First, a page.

Forestry Minister Peeni Henare said this projected loss was based on the previously hot prices of carbon units, which have since dropped.

However, many analysts lay the blame for the drop on the government.

As reported by RNZ this morning, in response to the spiralling cost-of-living crisis, Cabinet ignored advice from the Climate Change Commission that would allow the carbon price to rise.

Since then, the price has fallen steeply.

Changes to the ETS are crucial – it is the single largest tool to get the country to meet its climate obligations.

Its current settings make it cheaper for emitters to buy credits from planting trees than investing in cutting emissions.

It has prompted an uptick in pine being planted.

Shaw said if changes were not made it could cause a flood of credits from new forests in future years and a corresponding price crash.

“A collapse in the carbon price would also be catastrophic for landowners, particularly Māori land, who have invested heavily in forestry on the assumption of rising, or at least stable, carbon prices.”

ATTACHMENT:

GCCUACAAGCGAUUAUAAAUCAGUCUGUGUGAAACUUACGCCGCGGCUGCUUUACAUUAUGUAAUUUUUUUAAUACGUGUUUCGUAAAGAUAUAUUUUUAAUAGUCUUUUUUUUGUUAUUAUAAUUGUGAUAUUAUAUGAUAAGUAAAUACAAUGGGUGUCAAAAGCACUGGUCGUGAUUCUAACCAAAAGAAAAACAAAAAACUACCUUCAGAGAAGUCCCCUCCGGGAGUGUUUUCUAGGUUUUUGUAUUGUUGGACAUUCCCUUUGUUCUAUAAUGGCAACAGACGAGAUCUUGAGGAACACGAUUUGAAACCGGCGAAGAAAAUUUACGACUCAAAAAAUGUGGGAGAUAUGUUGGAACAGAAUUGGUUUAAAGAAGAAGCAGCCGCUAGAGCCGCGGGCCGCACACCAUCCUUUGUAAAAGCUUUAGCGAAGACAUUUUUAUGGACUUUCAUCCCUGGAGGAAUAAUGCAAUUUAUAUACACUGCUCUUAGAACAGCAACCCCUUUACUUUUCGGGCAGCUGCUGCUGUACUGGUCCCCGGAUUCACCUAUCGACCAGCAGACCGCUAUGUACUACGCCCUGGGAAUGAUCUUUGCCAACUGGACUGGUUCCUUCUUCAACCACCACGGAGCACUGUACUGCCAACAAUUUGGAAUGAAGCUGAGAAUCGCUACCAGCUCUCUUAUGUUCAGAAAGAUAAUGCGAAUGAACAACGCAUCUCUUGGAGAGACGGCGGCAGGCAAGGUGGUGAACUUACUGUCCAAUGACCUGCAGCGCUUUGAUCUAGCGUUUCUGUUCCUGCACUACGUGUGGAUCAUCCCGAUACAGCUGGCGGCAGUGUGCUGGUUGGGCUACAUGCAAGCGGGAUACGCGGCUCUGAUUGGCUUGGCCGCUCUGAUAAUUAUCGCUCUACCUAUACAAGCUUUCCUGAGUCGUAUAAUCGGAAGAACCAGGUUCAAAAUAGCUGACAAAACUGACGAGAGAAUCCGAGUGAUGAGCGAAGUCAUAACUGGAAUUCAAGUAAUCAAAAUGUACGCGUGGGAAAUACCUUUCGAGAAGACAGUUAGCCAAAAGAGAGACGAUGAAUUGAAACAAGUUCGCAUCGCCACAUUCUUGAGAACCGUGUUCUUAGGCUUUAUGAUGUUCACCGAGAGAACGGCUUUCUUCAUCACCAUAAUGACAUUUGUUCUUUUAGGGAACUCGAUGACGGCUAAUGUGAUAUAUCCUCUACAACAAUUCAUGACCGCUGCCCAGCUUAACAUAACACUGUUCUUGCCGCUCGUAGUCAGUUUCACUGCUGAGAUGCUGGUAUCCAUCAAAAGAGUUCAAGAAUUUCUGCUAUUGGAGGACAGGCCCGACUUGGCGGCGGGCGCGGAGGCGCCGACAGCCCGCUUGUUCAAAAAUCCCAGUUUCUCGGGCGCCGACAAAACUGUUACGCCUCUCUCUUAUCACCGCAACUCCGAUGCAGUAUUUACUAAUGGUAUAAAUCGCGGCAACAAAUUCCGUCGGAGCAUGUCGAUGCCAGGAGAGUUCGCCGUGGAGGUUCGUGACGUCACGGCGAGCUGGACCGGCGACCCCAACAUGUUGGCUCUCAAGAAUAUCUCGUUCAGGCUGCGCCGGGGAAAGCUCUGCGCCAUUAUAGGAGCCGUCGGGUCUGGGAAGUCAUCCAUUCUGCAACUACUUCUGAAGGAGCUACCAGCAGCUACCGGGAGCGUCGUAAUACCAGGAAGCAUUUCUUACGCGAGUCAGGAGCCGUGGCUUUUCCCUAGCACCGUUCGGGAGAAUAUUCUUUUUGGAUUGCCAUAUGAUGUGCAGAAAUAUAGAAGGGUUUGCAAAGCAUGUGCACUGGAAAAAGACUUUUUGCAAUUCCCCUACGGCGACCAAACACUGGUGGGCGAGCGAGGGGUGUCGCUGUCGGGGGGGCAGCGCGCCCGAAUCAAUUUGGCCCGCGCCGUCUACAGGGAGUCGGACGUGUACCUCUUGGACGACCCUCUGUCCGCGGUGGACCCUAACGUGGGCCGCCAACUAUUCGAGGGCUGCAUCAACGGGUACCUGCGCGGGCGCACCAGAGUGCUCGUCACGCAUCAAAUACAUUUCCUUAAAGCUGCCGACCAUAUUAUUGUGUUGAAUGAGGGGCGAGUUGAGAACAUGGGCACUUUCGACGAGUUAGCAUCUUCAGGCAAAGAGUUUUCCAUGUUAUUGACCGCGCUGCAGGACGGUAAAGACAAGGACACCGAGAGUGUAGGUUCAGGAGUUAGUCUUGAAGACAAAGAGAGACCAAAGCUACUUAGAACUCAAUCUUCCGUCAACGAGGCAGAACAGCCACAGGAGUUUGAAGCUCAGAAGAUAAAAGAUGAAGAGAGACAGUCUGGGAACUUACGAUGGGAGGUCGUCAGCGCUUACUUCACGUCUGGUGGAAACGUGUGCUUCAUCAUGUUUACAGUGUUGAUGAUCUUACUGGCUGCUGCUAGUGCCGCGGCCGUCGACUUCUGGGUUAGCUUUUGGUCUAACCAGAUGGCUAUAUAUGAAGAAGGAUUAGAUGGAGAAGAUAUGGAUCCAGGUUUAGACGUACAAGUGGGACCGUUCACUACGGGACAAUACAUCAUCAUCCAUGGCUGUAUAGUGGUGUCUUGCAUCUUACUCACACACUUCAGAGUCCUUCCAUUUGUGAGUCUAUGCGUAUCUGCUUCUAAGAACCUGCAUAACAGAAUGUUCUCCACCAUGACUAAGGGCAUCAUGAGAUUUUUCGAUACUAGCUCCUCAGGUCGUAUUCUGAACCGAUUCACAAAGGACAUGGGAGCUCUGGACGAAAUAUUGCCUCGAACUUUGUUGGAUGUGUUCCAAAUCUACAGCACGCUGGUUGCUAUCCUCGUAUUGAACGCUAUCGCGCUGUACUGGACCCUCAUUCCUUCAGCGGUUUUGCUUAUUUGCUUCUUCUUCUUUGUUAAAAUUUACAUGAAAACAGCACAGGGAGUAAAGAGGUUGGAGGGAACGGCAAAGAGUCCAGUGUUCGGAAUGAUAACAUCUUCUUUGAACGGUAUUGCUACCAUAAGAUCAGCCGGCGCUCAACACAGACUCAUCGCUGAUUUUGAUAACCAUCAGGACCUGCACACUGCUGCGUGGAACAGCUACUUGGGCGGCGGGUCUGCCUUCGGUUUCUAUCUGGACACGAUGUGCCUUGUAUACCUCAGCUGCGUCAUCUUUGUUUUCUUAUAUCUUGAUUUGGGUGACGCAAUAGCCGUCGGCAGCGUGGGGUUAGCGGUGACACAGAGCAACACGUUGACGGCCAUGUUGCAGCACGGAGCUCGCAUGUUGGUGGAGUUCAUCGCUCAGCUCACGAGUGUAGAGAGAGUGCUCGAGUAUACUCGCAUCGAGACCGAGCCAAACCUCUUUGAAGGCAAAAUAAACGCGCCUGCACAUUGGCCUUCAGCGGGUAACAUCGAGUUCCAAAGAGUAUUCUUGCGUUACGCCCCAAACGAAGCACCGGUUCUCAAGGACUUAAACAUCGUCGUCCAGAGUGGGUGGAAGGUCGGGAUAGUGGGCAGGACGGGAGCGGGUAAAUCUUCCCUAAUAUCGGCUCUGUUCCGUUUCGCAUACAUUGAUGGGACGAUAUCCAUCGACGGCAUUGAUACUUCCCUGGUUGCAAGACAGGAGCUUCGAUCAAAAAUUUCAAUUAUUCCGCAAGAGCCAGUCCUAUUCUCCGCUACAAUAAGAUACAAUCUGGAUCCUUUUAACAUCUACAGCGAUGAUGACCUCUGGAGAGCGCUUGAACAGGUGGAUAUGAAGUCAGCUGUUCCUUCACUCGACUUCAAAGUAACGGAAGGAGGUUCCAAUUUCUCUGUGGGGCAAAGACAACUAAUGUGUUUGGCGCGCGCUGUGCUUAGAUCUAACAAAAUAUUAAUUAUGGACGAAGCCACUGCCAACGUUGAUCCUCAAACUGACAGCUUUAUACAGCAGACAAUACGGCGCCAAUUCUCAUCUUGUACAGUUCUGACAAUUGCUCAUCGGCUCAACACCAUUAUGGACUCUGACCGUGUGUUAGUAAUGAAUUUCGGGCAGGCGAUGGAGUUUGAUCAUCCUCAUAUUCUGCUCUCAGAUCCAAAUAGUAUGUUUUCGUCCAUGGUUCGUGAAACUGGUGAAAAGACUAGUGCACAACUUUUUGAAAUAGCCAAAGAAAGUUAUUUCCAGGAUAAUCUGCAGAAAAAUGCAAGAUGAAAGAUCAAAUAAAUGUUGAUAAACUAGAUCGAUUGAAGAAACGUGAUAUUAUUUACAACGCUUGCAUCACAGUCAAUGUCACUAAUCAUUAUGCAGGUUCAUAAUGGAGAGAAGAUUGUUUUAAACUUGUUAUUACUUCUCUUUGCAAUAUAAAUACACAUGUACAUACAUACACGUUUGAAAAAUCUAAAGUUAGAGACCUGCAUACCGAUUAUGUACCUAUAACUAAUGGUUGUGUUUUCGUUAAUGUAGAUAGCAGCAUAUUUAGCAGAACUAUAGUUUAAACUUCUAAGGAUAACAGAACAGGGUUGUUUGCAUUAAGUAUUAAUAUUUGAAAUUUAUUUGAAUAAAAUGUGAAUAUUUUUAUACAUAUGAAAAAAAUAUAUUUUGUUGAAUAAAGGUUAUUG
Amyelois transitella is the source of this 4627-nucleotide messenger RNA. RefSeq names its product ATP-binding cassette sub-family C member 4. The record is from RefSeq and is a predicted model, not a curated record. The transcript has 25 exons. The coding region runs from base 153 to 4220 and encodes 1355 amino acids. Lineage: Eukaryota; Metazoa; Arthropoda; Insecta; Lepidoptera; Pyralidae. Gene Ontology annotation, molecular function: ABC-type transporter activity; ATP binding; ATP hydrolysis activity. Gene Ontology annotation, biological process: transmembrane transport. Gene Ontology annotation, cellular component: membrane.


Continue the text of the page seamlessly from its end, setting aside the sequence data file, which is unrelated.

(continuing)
How could a separate carbon market for forests work?

Dr Christina Hood from climate consultancy Compass Climate said it would not be overly complicated to set up.

“We need to be thinking about emission reductions and support for forestry as two independent issues, and trying to solve both of those rather than continuing to trade them off against one another.”

The increase in pine planting has prompted an outcry in the rural sector over fears productive land will be swallowed up and communities hollowed out.

Beef + Lamb chief executive Sam McIvor said his organisation had been pointing out major flaws in the ETS for years.

“The government’s acknowledgement today that [the scheme] isn’t working and requires change is encouraging,” he said.

“There is a lot of detail to work through, but on the face of it there looks like there are some practical options here that will make a difference.”

After public consultation, the final advice will go to whoever wins October’s general election.